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Why is water/glass transparent?

Why is water transparent?
Emilie from Cheshire (Age 5-14)

Why is glass transparent while other solids are not?
Paul Wilkins from Greater London (Age: 45-54)

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One Response

  1. For something to be transparent it should not interact with visible light. If it absorbs light then, depending on the wavelengths of light absorbed, it will be coloured. If there is too much coloured material it will not be possible to see through it (you can try this by making orange squash with different amounts of squash compared to water). If it scatters like then it will appear “cloudy” and difficult to see through Scattered light is why milk is not transparent. Scattering is caused by large particles (in milk this is the fat droplets which is why low fat milk is easier to see through).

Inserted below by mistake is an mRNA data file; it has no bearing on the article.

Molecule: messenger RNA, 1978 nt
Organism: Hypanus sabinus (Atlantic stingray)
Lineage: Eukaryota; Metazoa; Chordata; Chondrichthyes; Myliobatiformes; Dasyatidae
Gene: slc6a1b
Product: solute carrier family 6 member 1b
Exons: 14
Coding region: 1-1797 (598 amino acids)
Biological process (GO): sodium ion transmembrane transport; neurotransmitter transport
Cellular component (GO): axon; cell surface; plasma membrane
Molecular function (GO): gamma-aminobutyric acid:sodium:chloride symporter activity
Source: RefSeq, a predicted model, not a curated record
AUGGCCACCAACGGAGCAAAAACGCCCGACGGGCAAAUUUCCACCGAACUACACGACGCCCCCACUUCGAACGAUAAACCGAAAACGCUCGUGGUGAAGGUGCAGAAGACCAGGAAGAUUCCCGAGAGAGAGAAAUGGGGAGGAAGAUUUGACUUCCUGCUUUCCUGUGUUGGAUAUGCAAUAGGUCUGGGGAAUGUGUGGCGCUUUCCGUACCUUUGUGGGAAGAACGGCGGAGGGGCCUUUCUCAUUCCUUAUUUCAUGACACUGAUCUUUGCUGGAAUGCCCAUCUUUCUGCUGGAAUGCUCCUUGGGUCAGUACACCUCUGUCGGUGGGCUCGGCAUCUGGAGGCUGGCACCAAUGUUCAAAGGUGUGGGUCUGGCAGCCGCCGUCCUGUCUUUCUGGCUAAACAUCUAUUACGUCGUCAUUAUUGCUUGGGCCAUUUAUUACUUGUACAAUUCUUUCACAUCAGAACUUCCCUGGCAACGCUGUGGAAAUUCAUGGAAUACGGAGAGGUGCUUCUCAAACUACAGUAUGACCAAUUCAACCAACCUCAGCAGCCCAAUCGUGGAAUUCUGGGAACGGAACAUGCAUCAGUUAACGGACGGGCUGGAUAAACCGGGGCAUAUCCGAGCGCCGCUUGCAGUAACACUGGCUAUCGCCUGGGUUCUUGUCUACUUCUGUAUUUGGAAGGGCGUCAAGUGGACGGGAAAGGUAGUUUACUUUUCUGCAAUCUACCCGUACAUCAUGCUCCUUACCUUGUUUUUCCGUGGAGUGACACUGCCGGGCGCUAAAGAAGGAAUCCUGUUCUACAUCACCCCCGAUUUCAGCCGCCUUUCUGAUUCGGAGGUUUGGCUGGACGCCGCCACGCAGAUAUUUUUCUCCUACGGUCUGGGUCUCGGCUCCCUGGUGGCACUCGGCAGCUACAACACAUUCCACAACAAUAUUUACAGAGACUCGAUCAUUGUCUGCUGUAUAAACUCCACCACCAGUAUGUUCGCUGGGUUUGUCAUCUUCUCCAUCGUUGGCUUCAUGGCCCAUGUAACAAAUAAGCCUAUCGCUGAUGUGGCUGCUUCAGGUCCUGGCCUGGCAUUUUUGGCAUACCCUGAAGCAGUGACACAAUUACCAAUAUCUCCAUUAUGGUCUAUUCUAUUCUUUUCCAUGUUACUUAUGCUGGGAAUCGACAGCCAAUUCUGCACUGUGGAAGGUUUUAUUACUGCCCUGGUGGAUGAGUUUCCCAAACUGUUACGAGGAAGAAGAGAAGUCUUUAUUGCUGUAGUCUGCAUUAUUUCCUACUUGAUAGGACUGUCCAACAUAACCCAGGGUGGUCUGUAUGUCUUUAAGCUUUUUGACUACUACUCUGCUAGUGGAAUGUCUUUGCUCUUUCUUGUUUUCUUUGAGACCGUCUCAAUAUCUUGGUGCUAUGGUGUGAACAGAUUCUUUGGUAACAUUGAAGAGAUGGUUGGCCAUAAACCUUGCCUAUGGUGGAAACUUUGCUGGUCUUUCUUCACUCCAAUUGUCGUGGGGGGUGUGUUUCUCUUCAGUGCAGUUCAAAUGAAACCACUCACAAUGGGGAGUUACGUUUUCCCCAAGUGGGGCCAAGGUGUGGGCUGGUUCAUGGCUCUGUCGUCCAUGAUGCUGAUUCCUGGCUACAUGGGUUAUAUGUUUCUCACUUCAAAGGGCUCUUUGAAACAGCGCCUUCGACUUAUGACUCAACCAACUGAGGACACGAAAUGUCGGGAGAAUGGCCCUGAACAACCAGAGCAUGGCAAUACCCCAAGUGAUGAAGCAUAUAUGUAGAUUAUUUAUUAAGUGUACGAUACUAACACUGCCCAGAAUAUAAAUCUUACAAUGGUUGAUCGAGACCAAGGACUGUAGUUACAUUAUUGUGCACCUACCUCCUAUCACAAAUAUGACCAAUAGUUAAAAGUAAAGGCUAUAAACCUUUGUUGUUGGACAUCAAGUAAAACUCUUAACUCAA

The simple answer is that water straight from the tap contains no molecules that absorb or scatter visible light so is transparent. This is not true of all water of course. Lakes, rivers and seas all contain particles that can scatter and absorb light to different degrees. These can include living organisms. So outside the kitchen or bath tub water is not always transparent.

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